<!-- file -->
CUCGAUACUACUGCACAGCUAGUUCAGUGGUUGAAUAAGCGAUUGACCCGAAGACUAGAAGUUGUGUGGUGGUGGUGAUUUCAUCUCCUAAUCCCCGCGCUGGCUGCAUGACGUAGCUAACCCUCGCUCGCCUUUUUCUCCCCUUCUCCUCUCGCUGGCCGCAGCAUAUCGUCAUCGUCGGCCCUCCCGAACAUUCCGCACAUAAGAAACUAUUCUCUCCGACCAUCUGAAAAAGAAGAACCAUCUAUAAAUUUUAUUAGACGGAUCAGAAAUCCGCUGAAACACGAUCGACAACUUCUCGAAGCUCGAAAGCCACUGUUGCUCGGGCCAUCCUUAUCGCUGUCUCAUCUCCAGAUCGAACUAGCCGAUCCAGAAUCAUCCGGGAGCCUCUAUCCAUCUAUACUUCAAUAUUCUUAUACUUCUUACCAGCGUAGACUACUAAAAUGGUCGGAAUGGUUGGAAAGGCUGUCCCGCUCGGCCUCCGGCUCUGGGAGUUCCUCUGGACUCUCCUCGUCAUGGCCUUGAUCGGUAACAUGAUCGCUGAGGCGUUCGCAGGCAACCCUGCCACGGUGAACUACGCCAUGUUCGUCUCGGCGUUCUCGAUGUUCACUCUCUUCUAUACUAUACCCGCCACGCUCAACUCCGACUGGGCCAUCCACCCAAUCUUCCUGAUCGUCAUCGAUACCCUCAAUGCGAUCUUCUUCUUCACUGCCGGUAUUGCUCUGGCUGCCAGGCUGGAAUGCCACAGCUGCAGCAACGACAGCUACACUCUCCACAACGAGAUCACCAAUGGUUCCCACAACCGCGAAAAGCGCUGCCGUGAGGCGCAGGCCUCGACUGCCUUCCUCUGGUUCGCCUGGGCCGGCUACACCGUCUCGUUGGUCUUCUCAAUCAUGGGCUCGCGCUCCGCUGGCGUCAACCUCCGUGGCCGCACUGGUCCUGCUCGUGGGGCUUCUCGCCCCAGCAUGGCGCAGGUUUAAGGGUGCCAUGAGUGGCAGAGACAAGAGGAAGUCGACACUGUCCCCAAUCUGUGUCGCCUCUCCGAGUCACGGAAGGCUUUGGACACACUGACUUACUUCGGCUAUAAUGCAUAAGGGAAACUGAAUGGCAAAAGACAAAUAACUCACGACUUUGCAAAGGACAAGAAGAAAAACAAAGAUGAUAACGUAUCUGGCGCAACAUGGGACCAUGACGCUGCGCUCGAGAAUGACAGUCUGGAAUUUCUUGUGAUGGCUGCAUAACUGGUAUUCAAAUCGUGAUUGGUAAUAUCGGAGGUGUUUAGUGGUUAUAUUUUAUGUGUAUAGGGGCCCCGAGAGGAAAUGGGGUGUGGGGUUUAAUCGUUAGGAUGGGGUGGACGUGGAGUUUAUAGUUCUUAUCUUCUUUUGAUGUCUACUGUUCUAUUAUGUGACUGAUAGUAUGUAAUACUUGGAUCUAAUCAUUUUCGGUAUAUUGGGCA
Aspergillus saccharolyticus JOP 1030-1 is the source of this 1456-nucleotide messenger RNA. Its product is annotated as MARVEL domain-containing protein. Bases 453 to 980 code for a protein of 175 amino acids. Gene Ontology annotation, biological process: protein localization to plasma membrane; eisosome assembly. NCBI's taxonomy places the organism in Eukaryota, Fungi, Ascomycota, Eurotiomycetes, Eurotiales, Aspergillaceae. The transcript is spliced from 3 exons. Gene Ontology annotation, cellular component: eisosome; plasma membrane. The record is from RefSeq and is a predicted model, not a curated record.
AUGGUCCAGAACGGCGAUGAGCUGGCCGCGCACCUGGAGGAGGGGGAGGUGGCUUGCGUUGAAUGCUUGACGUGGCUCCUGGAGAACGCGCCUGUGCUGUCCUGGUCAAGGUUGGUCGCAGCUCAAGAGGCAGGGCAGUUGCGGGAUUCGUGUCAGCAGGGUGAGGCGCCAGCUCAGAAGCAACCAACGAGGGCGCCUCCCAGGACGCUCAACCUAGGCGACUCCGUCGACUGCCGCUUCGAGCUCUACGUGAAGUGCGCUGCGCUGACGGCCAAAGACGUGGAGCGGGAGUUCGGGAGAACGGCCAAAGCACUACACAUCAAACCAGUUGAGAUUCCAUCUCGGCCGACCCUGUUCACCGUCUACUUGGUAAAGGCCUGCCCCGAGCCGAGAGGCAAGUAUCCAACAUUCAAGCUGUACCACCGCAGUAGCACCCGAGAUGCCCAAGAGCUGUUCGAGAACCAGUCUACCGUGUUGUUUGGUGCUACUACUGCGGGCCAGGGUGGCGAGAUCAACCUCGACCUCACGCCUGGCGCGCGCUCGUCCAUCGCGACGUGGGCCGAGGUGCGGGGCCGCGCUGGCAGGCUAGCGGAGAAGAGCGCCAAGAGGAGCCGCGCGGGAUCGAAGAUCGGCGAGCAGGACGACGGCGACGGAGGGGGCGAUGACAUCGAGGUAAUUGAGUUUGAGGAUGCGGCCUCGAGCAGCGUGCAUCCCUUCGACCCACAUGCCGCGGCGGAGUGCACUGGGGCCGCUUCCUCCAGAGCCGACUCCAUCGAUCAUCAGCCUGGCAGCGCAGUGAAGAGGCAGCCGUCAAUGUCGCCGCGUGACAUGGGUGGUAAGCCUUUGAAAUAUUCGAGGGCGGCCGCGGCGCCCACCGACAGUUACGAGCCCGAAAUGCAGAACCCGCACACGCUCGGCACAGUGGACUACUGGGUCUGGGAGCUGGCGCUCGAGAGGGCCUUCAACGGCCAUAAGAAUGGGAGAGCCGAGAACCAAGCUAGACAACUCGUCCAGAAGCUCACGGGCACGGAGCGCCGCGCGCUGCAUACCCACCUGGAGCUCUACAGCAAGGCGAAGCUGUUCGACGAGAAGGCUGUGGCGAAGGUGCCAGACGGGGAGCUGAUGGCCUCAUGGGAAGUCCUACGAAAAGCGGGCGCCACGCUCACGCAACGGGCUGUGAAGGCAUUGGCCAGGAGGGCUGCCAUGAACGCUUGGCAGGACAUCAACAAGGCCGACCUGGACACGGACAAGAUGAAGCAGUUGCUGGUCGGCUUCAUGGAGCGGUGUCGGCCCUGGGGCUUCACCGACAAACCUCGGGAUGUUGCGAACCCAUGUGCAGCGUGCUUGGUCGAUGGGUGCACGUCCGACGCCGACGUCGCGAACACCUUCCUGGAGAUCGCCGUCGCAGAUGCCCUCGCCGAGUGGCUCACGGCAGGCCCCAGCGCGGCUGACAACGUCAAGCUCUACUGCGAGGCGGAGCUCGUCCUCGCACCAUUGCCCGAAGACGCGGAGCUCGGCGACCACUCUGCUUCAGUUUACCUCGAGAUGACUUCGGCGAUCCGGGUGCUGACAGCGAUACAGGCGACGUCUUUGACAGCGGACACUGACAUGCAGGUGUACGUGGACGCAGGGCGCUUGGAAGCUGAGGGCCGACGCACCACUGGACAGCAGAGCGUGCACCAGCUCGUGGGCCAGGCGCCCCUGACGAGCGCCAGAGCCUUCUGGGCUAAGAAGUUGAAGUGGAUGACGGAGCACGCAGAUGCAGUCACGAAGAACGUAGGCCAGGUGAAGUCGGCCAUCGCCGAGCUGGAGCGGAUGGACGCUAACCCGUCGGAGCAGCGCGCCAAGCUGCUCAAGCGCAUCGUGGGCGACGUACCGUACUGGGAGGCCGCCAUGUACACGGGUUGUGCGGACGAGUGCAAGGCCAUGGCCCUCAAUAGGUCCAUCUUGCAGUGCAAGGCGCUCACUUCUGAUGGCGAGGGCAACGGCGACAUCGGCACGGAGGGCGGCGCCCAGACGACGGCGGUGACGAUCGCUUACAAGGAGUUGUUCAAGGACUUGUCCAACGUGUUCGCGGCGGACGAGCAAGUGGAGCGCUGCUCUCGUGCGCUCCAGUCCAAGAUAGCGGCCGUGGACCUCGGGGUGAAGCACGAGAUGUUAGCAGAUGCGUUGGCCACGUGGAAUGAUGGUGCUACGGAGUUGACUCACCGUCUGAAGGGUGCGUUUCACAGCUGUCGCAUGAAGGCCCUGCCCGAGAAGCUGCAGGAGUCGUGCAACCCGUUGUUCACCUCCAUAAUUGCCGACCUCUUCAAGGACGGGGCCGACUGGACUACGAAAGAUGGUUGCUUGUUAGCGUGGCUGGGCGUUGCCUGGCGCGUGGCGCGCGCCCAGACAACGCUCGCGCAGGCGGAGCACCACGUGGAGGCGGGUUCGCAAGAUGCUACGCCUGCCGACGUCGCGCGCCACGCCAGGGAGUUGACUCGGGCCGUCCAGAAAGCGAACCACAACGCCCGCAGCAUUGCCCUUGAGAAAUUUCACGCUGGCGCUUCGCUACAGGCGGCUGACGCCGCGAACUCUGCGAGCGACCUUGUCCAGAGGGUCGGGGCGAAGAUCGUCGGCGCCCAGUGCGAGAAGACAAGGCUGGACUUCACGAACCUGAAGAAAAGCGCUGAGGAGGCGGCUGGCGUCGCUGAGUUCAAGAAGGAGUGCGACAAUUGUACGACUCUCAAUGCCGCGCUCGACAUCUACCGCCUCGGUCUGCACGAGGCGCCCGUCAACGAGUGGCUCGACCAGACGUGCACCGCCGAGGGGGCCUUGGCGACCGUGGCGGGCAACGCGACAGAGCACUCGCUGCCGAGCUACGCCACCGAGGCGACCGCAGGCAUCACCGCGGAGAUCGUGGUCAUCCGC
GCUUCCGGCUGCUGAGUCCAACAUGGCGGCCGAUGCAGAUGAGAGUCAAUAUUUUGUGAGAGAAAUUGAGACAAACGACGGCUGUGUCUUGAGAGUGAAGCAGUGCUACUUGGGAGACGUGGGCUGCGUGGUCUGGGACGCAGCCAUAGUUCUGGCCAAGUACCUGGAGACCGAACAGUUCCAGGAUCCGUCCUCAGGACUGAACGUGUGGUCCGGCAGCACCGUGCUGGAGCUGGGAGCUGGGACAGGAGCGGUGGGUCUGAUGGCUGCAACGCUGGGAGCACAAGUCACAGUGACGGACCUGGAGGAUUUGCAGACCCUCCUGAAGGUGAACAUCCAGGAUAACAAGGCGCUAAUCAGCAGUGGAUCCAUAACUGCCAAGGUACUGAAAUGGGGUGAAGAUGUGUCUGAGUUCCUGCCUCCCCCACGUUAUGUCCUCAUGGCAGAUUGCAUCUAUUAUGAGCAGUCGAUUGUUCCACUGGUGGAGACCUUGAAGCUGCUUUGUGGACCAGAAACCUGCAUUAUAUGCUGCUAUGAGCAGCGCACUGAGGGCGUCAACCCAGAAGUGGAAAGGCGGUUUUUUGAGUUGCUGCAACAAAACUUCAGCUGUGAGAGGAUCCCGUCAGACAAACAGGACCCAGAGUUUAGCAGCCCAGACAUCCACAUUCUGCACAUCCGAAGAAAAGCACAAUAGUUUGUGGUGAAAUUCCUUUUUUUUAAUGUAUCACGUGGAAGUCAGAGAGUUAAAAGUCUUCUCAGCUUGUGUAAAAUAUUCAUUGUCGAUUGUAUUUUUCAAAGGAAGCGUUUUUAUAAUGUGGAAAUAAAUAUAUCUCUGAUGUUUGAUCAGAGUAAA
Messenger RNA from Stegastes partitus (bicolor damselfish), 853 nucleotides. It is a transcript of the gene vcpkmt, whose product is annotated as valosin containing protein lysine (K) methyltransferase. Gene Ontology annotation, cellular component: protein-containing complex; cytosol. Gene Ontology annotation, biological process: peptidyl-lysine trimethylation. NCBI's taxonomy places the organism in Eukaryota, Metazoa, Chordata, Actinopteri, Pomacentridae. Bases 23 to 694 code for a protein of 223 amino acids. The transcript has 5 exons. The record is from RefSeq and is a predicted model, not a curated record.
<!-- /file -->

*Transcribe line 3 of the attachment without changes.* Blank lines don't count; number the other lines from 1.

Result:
AUGGUCCAGAACGGCGAUGAGCUGGCCGCGCACCUGGAGGAGGGGGAGGUGGCUUGCGUUGAAUGCUUGACGUGGCUCCUGGAGAACGCGCCUGUGCUGUCCUGGUCAAGGUUGGUCGCAGCUCAAGAGGCAGGGCAGUUGCGGGAUUCGUGUCAGCAGGGUGAGGCGCCAGCUCAGAAGCAACCAACGAGGGCGCCUCCCAGGACGCUCAACCUAGGCGACUCCGUCGACUGCCGCUUCGAGCUCUACGUGAAGUGCGCUGCGCUGACGGCCAAAGACGUGGAGCGGGAGUUCGGGAGAACGGCCAAAGCACUACACAUCAAACCAGUUGAGAUUCCAUCUCGGCCGACCCUGUUCACCGUCUACUUGGUAAAGGCCUGCCCCGAGCCGAGAGGCAAGUAUCCAACAUUCAAGCUGUACCACCGCAGUAGCACCCGAGAUGCCCAAGAGCUGUUCGAGAACCAGUCUACCGUGUUGUUUGGUGCUACUACUGCGGGCCAGGGUGGCGAGAUCAACCUCGACCUCACGCCUGGCGCGCGCUCGUCCAUCGCGACGUGGGCCGAGGUGCGGGGCCGCGCUGGCAGGCUAGCGGAGAAGAGCGCCAAGAGGAGCCGCGCGGGAUCGAAGAUCGGCGAGCAGGACGACGGCGACGGAGGGGGCGAUGACAUCGAGGUAAUUGAGUUUGAGGAUGCGGCCUCGAGCAGCGUGCAUCCCUUCGACCCACAUGCCGCGGCGGAGUGCACUGGGGCCGCUUCCUCCAGAGCCGACUCCAUCGAUCAUCAGCCUGGCAGCGCAGUGAAGAGGCAGCCGUCAAUGUCGCCGCGUGACAUGGGUGGUAAGCCUUUGAAAUAUUCGAGGGCGGCCGCGGCGCCCACCGACAGUUACGAGCCCGAAAUGCAGAACCCGCACACGCUCGGCACAGUGGACUACUGGGUCUGGGAGCUGGCGCUCGAGAGGGCCUUCAACGGCCAUAAGAAUGGGAGAGCCGAGAACCAAGCUAGACAACUCGUCCAGAAGCUCACGGGCACGGAGCGCCGCGCGCUGCAUACCCACCUGGAGCUCUACAGCAAGGCGAAGCUGUUCGACGAGAAGGCUGUGGCGAAGGUGCCAGACGGGGAGCUGAUGGCCUCAUGGGAAGUCCUACGAAAAGCGGGCGCCACGCUCACGCAACGGGCUGUGAAGGCAUUGGCCAGGAGGGCUGCCAUGAACGCUUGGCAGGACAUCAACAAGGCCGACCUGGACACGGACAAGAUGAAGCAGUUGCUGGUCGGCUUCAUGGAGCGGUGUCGGCCCUGGGGCUUCACCGACAAACCUCGGGAUGUUGCGAACCCAUGUGCAGCGUGCUUGGUCGAUGGGUGCACGUCCGACGCCGACGUCGCGAACACCUUCCUGGAGAUCGCCGUCGCAGAUGCCCUCGCCGAGUGGCUCACGGCAGGCCCCAGCGCGGCUGACAACGUCAAGCUCUACUGCGAGGCGGAGCUCGUCCUCGCACCAUUGCCCGAAGACGCGGAGCUCGGCGACCACUCUGCUUCAGUUUACCUCGAGAUGACUUCGGCGAUCCGGGUGCUGACAGCGAUACAGGCGACGUCUUUGACAGCGGACACUGACAUGCAGGUGUACGUGGACGCAGGGCGCUUGGAAGCUGAGGGCCGACGCACCACUGGACAGCAGAGCGUGCACCAGCUCGUGGGCCAGGCGCCCCUGACGAGCGCCAGAGCCUUCUGGGCUAAGAAGUUGAAGUGGAUGACGGAGCACGCAGAUGCAGUCACGAAGAACGUAGGCCAGGUGAAGUCGGCCAUCGCCGAGCUGGAGCGGAUGGACGCUAACCCGUCGGAGCAGCGCGCCAAGCUGCUCAAGCGCAUCGUGGGCGACGUACCGUACUGGGAGGCCGCCAUGUACACGGGUUGUGCGGACGAGUGCAAGGCCAUGGCCCUCAAUAGGUCCAUCUUGCAGUGCAAGGCGCUCACUUCUGAUGGCGAGGGCAACGGCGACAUCGGCACGGAGGGCGGCGCCCAGACGACGGCGGUGACGAUCGCUUACAAGGAGUUGUUCAAGGACUUGUCCAACGUGUUCGCGGCGGACGAGCAAGUGGAGCGCUGCUCUCGUGCGCUCCAGUCCAAGAUAGCGGCCGUGGACCUCGGGGUGAAGCACGAGAUGUUAGCAGAUGCGUUGGCCACGUGGAAUGAUGGUGCUACGGAGUUGACUCACCGUCUGAAGGGUGCGUUUCACAGCUGUCGCAUGAAGGCCCUGCCCGAGAAGCUGCAGGAGUCGUGCAACCCGUUGUUCACCUCCAUAAUUGCCGACCUCUUCAAGGACGGGGCCGACUGGACUACGAAAGAUGGUUGCUUGUUAGCGUGGCUGGGCGUUGCCUGGCGCGUGGCGCGCGCCCAGACAACGCUCGCGCAGGCGGAGCACCACGUGGAGGCGGGUUCGCAAGAUGCUACGCCUGCCGACGUCGCGCGCCACGCCAGGGAGUUGACUCGGGCCGUCCAGAAAGCGAACCACAACGCCCGCAGCAUUGCCCUUGAGAAAUUUCACGCUGGCGCUUCGCUACAGGCGGCUGACGCCGCGAACUCUGCGAGCGACCUUGUCCAGAGGGUCGGGGCGAAGAUCGUCGGCGCCCAGUGCGAGAAGACAAGGCUGGACUUCACGAACCUGAAGAAAAGCGCUGAGGAGGCGGCUGGCGUCGCUGAGUUCAAGAAGGAGUGCGACAAUUGUACGACUCUCAAUGCCGCGCUCGACAUCUACCGCCUCGGUCUGCACGAGGCGCCCGUCAACGAGUGGCUCGACCAGACGUGCACCGCCGAGGGGGCCUUGGCGACCGUGGCGGGCAACGCGACAGAGCACUCGCUGCCGAGCUACGCCACCGAGGCGACCGCAGGCAUCACCGCGGAGAUCGUGGUCAUCCGC